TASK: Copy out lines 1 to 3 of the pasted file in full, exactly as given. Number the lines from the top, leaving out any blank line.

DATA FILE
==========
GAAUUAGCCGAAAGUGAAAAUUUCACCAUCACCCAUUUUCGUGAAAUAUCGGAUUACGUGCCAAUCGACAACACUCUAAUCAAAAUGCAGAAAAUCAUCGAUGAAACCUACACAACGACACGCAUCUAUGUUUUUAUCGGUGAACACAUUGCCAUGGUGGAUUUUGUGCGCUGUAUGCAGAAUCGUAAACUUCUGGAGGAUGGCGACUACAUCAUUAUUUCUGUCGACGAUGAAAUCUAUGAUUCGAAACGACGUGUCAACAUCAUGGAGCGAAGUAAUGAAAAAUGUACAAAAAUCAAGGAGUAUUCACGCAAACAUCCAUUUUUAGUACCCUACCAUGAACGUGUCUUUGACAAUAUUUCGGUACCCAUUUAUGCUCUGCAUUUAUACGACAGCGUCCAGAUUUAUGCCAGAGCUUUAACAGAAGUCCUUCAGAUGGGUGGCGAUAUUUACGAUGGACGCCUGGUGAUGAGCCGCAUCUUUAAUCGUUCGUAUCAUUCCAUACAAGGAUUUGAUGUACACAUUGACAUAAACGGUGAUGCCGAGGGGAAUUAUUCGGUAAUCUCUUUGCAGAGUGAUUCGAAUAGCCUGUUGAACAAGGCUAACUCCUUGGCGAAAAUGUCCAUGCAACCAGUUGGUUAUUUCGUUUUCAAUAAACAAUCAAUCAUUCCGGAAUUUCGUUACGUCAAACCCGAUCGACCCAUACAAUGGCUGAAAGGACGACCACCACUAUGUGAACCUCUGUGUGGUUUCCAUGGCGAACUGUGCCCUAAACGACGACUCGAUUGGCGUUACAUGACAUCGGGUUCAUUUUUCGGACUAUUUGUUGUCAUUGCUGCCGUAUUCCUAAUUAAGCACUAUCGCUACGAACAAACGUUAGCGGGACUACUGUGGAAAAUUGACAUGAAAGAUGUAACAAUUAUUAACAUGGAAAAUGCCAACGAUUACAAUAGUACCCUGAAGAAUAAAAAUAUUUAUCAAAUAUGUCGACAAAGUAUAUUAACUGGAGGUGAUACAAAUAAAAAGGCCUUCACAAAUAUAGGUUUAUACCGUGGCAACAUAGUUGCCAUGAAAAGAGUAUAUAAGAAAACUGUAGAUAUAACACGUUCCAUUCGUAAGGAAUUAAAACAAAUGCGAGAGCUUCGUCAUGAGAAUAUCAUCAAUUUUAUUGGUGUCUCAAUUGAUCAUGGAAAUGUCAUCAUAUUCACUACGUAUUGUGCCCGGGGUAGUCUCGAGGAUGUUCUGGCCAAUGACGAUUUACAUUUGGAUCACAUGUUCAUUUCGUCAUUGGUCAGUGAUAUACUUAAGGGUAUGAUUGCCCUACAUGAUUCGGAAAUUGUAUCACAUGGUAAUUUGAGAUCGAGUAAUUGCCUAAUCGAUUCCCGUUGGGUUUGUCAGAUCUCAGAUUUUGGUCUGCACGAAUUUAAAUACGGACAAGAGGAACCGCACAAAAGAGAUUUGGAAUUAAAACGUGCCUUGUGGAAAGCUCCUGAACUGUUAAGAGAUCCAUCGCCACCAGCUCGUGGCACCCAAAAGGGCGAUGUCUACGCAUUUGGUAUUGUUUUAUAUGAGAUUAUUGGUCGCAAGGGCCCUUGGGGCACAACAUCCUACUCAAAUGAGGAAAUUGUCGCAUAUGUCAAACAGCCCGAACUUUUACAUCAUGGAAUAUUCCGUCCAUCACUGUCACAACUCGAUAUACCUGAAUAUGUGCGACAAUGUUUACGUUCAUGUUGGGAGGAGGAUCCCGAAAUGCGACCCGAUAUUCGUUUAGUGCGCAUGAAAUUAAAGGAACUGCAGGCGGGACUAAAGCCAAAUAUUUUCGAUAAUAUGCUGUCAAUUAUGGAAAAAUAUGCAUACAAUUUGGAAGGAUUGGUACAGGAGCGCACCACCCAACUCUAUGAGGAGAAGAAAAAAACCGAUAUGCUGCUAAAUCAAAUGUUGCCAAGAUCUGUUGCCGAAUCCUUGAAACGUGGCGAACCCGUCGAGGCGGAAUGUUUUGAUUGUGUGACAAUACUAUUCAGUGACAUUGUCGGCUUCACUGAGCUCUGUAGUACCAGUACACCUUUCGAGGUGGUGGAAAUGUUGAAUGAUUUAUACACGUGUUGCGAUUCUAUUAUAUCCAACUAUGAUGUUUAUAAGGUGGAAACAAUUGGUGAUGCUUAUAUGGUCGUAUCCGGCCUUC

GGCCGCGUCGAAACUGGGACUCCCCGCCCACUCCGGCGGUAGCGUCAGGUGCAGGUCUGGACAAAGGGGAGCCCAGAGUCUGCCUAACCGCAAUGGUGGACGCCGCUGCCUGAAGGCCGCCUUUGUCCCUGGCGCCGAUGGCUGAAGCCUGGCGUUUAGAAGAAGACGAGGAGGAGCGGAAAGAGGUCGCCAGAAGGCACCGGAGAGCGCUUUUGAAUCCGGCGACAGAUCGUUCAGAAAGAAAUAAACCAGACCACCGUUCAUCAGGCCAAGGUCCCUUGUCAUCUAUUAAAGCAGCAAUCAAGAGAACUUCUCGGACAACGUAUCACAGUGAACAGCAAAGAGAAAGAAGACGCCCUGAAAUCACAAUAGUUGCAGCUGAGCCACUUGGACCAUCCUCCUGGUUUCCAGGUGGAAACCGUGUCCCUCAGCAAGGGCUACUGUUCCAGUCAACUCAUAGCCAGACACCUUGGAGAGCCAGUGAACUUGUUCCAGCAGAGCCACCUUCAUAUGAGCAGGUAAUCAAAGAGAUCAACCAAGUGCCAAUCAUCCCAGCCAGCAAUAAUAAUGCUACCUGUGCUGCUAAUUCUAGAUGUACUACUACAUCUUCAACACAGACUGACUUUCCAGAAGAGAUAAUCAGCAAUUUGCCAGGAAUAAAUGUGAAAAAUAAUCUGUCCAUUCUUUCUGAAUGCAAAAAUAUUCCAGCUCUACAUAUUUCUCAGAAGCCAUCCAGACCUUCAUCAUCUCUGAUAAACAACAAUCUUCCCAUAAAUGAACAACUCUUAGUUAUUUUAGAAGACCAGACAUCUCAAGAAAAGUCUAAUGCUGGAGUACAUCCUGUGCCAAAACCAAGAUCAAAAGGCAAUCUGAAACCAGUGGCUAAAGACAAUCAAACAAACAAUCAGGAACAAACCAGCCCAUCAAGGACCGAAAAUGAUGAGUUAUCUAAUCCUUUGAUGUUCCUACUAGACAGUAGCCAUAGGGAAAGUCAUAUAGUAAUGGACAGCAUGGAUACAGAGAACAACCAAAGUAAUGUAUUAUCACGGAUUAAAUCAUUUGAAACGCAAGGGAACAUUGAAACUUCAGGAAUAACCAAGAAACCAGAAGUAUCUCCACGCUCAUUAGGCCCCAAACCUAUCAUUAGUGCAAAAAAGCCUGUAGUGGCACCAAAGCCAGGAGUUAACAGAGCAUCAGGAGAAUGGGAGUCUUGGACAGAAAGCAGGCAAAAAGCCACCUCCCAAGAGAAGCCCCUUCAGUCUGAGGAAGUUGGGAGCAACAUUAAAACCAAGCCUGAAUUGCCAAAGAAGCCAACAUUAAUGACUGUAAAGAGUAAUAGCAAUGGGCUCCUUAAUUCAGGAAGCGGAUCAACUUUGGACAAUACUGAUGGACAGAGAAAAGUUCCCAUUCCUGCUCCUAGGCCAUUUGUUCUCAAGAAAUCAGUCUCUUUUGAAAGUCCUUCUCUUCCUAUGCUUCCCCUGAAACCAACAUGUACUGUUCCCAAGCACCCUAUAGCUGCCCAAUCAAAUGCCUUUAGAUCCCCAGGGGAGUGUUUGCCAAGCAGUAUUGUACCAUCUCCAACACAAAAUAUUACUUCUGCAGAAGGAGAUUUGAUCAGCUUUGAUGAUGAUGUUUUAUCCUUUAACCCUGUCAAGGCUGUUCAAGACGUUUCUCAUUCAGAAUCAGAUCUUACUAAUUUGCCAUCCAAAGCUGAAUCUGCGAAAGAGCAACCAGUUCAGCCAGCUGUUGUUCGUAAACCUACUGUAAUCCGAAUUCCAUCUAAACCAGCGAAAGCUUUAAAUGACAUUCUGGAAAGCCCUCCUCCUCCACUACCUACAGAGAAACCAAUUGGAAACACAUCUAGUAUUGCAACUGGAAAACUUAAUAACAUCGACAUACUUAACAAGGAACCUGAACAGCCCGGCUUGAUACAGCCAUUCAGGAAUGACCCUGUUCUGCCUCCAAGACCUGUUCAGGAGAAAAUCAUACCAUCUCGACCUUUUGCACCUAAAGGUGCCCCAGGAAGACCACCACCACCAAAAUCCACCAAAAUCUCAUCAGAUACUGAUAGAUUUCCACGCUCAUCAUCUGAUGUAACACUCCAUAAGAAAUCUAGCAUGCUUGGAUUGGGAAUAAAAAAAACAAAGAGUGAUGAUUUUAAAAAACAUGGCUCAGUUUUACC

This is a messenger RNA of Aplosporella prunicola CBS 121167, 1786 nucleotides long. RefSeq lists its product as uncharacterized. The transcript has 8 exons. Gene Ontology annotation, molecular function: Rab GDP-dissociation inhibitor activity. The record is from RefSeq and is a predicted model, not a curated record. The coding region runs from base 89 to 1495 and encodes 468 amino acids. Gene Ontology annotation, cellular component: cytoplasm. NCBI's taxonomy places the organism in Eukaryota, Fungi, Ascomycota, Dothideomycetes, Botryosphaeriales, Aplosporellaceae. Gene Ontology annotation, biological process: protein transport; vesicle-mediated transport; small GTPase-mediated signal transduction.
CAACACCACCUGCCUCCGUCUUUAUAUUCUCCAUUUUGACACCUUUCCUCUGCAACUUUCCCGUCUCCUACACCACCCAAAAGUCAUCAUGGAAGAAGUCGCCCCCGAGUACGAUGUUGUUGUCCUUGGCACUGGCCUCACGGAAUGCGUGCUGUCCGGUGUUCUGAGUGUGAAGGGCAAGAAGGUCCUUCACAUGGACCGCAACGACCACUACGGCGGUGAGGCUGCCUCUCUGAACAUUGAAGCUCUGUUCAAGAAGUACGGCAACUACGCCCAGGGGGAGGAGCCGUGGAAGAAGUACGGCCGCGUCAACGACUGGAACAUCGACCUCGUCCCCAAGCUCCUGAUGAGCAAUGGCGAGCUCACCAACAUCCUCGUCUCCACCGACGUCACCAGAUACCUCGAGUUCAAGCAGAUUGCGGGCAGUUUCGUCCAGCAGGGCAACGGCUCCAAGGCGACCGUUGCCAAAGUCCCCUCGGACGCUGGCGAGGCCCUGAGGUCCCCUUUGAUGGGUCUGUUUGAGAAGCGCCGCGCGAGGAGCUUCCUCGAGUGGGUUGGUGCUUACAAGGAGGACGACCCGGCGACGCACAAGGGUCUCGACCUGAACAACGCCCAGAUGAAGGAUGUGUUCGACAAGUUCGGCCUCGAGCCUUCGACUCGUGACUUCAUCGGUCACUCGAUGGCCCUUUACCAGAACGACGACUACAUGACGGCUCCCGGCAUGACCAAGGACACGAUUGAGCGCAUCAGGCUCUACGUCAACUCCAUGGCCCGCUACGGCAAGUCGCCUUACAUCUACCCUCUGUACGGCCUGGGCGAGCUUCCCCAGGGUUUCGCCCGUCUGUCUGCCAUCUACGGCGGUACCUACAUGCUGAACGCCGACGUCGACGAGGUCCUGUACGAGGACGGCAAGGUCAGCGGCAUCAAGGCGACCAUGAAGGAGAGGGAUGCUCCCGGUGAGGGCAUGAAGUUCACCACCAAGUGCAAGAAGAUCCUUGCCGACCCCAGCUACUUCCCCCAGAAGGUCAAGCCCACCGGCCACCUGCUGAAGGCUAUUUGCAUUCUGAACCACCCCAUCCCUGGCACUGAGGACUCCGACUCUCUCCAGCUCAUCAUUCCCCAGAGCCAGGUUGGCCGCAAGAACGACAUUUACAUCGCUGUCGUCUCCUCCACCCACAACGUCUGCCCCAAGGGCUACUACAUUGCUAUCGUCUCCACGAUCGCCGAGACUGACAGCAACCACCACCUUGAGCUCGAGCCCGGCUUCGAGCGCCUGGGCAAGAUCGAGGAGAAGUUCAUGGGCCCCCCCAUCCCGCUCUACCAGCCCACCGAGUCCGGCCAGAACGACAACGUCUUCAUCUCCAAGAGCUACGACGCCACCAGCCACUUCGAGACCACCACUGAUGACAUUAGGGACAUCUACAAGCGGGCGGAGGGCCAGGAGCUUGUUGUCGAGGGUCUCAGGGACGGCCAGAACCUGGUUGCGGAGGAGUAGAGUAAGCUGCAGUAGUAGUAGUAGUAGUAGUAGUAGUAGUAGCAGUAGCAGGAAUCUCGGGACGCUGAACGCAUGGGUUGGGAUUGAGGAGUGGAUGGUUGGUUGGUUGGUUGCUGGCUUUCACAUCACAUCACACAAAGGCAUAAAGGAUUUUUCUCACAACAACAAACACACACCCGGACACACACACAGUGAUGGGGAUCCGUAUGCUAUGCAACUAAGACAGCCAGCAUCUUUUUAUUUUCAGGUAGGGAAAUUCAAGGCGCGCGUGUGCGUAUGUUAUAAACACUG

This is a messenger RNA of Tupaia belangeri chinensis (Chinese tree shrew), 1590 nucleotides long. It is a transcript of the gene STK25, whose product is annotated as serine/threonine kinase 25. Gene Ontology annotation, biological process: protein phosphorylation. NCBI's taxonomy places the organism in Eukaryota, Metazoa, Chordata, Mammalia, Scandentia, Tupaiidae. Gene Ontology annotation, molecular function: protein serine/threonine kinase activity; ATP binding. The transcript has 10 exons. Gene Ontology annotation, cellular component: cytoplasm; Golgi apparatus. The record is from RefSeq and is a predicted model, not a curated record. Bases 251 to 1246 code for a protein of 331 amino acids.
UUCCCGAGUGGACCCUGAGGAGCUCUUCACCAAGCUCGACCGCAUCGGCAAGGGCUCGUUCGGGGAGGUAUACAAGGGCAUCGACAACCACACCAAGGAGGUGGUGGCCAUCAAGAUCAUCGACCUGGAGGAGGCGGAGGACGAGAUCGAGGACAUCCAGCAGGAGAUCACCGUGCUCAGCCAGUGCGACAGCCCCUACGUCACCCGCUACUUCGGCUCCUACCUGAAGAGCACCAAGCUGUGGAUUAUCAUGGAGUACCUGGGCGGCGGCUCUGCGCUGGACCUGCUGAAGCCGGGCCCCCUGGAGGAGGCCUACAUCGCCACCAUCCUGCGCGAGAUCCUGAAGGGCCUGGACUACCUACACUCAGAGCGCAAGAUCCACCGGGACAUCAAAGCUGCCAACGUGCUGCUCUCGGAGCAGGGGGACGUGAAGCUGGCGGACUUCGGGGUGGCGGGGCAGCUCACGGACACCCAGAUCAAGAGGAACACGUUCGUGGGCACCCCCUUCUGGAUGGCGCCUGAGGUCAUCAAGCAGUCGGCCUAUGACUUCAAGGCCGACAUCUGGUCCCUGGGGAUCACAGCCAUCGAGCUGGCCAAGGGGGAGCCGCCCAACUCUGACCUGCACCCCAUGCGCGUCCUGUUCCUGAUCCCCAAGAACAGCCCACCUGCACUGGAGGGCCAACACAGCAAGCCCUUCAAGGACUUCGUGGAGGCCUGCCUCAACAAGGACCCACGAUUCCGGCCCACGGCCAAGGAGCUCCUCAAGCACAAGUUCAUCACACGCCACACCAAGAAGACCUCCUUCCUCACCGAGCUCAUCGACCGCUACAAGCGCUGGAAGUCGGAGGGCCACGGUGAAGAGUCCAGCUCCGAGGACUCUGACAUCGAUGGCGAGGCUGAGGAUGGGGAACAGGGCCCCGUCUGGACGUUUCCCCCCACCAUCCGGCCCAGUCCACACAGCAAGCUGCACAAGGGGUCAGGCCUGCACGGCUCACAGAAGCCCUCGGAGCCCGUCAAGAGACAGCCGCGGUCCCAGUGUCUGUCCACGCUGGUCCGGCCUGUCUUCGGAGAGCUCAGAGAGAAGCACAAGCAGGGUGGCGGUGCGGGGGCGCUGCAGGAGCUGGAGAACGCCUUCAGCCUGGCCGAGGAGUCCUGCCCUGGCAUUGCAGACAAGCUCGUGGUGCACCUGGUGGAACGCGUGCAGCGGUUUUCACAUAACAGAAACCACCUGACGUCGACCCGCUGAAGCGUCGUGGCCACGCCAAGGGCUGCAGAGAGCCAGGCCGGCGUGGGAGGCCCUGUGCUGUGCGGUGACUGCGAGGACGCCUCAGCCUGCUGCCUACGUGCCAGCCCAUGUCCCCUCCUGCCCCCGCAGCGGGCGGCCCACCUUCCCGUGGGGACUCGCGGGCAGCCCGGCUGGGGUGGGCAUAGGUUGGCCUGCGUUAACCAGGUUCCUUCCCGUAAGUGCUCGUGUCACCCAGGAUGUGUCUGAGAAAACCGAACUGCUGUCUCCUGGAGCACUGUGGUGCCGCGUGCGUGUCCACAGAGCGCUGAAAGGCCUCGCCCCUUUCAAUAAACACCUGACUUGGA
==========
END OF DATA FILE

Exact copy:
GAAUUAGCCGAAAGUGAAAAUUUCACCAUCACCCAUUUUCGUGAAAUAUCGGAUUACGUGCCAAUCGACAACACUCUAAUCAAAAUGCAGAAAAUCAUCGAUGAAACCUACACAACGACACGCAUCUAUGUUUUUAUCGGUGAACACAUUGCCAUGGUGGAUUUUGUGCGCUGUAUGCAGAAUCGUAAACUUCUGGAGGAUGGCGACUACAUCAUUAUUUCUGUCGACGAUGAAAUCUAUGAUUCGAAACGACGUGUCAACAUCAUGGAGCGAAGUAAUGAAAAAUGUACAAAAAUCAAGGAGUAUUCACGCAAACAUCCAUUUUUAGUACCCUACCAUGAACGUGUCUUUGACAAUAUUUCGGUACCCAUUUAUGCUCUGCAUUUAUACGACAGCGUCCAGAUUUAUGCCAGAGCUUUAACAGAAGUCCUUCAGAUGGGUGGCGAUAUUUACGAUGGACGCCUGGUGAUGAGCCGCAUCUUUAAUCGUUCGUAUCAUUCCAUACAAGGAUUUGAUGUACACAUUGACAUAAACGGUGAUGCCGAGGGGAAUUAUUCGGUAAUCUCUUUGCAGAGUGAUUCGAAUAGCCUGUUGAACAAGGCUAACUCCUUGGCGAAAAUGUCCAUGCAACCAGUUGGUUAUUUCGUUUUCAAUAAACAAUCAAUCAUUCCGGAAUUUCGUUACGUCAAACCCGAUCGACCCAUACAAUGGCUGAAAGGACGACCACCACUAUGUGAACCUCUGUGUGGUUUCCAUGGCGAACUGUGCCCUAAACGACGACUCGAUUGGCGUUACAUGACAUCGGGUUCAUUUUUCGGACUAUUUGUUGUCAUUGCUGCCGUAUUCCUAAUUAAGCACUAUCGCUACGAACAAACGUUAGCGGGACUACUGUGGAAAAUUGACAUGAAAGAUGUAACAAUUAUUAACAUGGAAAAUGCCAACGAUUACAAUAGUACCCUGAAGAAUAAAAAUAUUUAUCAAAUAUGUCGACAAAGUAUAUUAACUGGAGGUGAUACAAAUAAAAAGGCCUUCACAAAUAUAGGUUUAUACCGUGGCAACAUAGUUGCCAUGAAAAGAGUAUAUAAGAAAACUGUAGAUAUAACACGUUCCAUUCGUAAGGAAUUAAAACAAAUGCGAGAGCUUCGUCAUGAGAAUAUCAUCAAUUUUAUUGGUGUCUCAAUUGAUCAUGGAAAUGUCAUCAUAUUCACUACGUAUUGUGCCCGGGGUAGUCUCGAGGAUGUUCUGGCCAAUGACGAUUUACAUUUGGAUCACAUGUUCAUUUCGUCAUUGGUCAGUGAUAUACUUAAGGGUAUGAUUGCCCUACAUGAUUCGGAAAUUGUAUCACAUGGUAAUUUGAGAUCGAGUAAUUGCCUAAUCGAUUCCCGUUGGGUUUGUCAGAUCUCAGAUUUUGGUCUGCACGAAUUUAAAUACGGACAAGAGGAACCGCACAAAAGAGAUUUGGAAUUAAAACGUGCCUUGUGGAAAGCUCCUGAACUGUUAAGAGAUCCAUCGCCACCAGCUCGUGGCACCCAAAAGGGCGAUGUCUACGCAUUUGGUAUUGUUUUAUAUGAGAUUAUUGGUCGCAAGGGCCCUUGGGGCACAACAUCCUACUCAAAUGAGGAAAUUGUCGCAUAUGUCAAACAGCCCGAACUUUUACAUCAUGGAAUAUUCCGUCCAUCACUGUCACAACUCGAUAUACCUGAAUAUGUGCGACAAUGUUUACGUUCAUGUUGGGAGGAGGAUCCCGAAAUGCGACCCGAUAUUCGUUUAGUGCGCAUGAAAUUAAAGGAACUGCAGGCGGGACUAAAGCCAAAUAUUUUCGAUAAUAUGCUGUCAAUUAUGGAAAAAUAUGCAUACAAUUUGGAAGGAUUGGUACAGGAGCGCACCACCCAACUCUAUGAGGAGAAGAAAAAAACCGAUAUGCUGCUAAAUCAAAUGUUGCCAAGAUCUGUUGCCGAAUCCUUGAAACGUGGCGAACCCGUCGAGGCGGAAUGUUUUGAUUGUGUGACAAUACUAUUCAGUGACAUUGUCGGCUUCACUGAGCUCUGUAGUACCAGUACACCUUUCGAGGUGGUGGAAAUGUUGAAUGAUUUAUACACGUGUUGCGAUUCUAUUAUAUCCAACUAUGAUGUUUAUAAGGUGGAAACAAUUGGUGAUGCUUAUAUGGUCGUAUCCGGCCUUC

GGCCGCGUCGAAACUGGGACUCCCCGCCCACUCCGGCGGUAGCGUCAGGUGCAGGUCUGGACAAAGGGGAGCCCAGAGUCUGCCUAACCGCAAUGGUGGACGCCGCUGCCUGAAGGCCGCCUUUGUCCCUGGCGCCGAUGGCUGAAGCCUGGCGUUUAGAAGAAGACGAGGAGGAGCGGAAAGAGGUCGCCAGAAGGCACCGGAGAGCGCUUUUGAAUCCGGCGACAGAUCGUUCAGAAAGAAAUAAACCAGACCACCGUUCAUCAGGCCAAGGUCCCUUGUCAUCUAUUAAAGCAGCAAUCAAGAGAACUUCUCGGACAACGUAUCACAGUGAACAGCAAAGAGAAAGAAGACGCCCUGAAAUCACAAUAGUUGCAGCUGAGCCACUUGGACCAUCCUCCUGGUUUCCAGGUGGAAACCGUGUCCCUCAGCAAGGGCUACUGUUCCAGUCAACUCAUAGCCAGACACCUUGGAGAGCCAGUGAACUUGUUCCAGCAGAGCCACCUUCAUAUGAGCAGGUAAUCAAAGAGAUCAACCAAGUGCCAAUCAUCCCAGCCAGCAAUAAUAAUGCUACCUGUGCUGCUAAUUCUAGAUGUACUACUACAUCUUCAACACAGACUGACUUUCCAGAAGAGAUAAUCAGCAAUUUGCCAGGAAUAAAUGUGAAAAAUAAUCUGUCCAUUCUUUCUGAAUGCAAAAAUAUUCCAGCUCUACAUAUUUCUCAGAAGCCAUCCAGACCUUCAUCAUCUCUGAUAAACAACAAUCUUCCCAUAAAUGAACAACUCUUAGUUAUUUUAGAAGACCAGACAUCUCAAGAAAAGUCUAAUGCUGGAGUACAUCCUGUGCCAAAACCAAGAUCAAAAGGCAAUCUGAAACCAGUGGCUAAAGACAAUCAAACAAACAAUCAGGAACAAACCAGCCCAUCAAGGACCGAAAAUGAUGAGUUAUCUAAUCCUUUGAUGUUCCUACUAGACAGUAGCCAUAGGGAAAGUCAUAUAGUAAUGGACAGCAUGGAUACAGAGAACAACCAAAGUAAUGUAUUAUCACGGAUUAAAUCAUUUGAAACGCAAGGGAACAUUGAAACUUCAGGAAUAACCAAGAAACCAGAAGUAUCUCCACGCUCAUUAGGCCCCAAACCUAUCAUUAGUGCAAAAAAGCCUGUAGUGGCACCAAAGCCAGGAGUUAACAGAGCAUCAGGAGAAUGGGAGUCUUGGACAGAAAGCAGGCAAAAAGCCACCUCCCAAGAGAAGCCCCUUCAGUCUGAGGAAGUUGGGAGCAACAUUAAAACCAAGCCUGAAUUGCCAAAGAAGCCAACAUUAAUGACUGUAAAGAGUAAUAGCAAUGGGCUCCUUAAUUCAGGAAGCGGAUCAACUUUGGACAAUACUGAUGGACAGAGAAAAGUUCCCAUUCCUGCUCCUAGGCCAUUUGUUCUCAAGAAAUCAGUCUCUUUUGAAAGUCCUUCUCUUCCUAUGCUUCCCCUGAAACCAACAUGUACUGUUCCCAAGCACCCUAUAGCUGCCCAAUCAAAUGCCUUUAGAUCCCCAGGGGAGUGUUUGCCAAGCAGUAUUGUACCAUCUCCAACACAAAAUAUUACUUCUGCAGAAGGAGAUUUGAUCAGCUUUGAUGAUGAUGUUUUAUCCUUUAACCCUGUCAAGGCUGUUCAAGACGUUUCUCAUUCAGAAUCAGAUCUUACUAAUUUGCCAUCCAAAGCUGAAUCUGCGAAAGAGCAACCAGUUCAGCCAGCUGUUGUUCGUAAACCUACUGUAAUCCGAAUUCCAUCUAAACCAGCGAAAGCUUUAAAUGACAUUCUGGAAAGCCCUCCUCCUCCACUACCUACAGAGAAACCAAUUGGAAACACAUCUAGUAUUGCAACUGGAAAACUUAAUAACAUCGACAUACUUAACAAGGAACCUGAACAGCCCGGCUUGAUACAGCCAUUCAGGAAUGACCCUGUUCUGCCUCCAAGACCUGUUCAGGAGAAAAUCAUACCAUCUCGACCUUUUGCACCUAAAGGUGCCCCAGGAAGACCACCACCACCAAAAUCCACCAAAAUCUCAUCAGAUACUGAUAGAUUUCCACGCUCAUCAUCUGAUGUAACACUCCAUAAGAAAUCUAGCAUGCUUGGAUUGGGAAUAAAAAAAACAAAGAGUGAUGAUUUUAAAAAACAUGGCUCAGUUUUACC

This is a messenger RNA of Aplosporella prunicola CBS 121167, 1786 nucleotides long. RefSeq lists its product as uncharacterized. The transcript has 8 exons. Gene Ontology annotation, molecular function: Rab GDP-dissociation inhibitor activity. The record is from RefSeq and is a predicted model, not a curated record. The coding region runs from base 89 to 1495 and encodes 468 amino acids. Gene Ontology annotation, cellular component: cytoplasm. NCBI's taxonomy places the organism in Eukaryota, Fungi, Ascomycota, Dothideomycetes, Botryosphaeriales, Aplosporellaceae. Gene Ontology annotation, biological process: protein transport; vesicle-mediated transport; small GTPase-mediated signal transduction.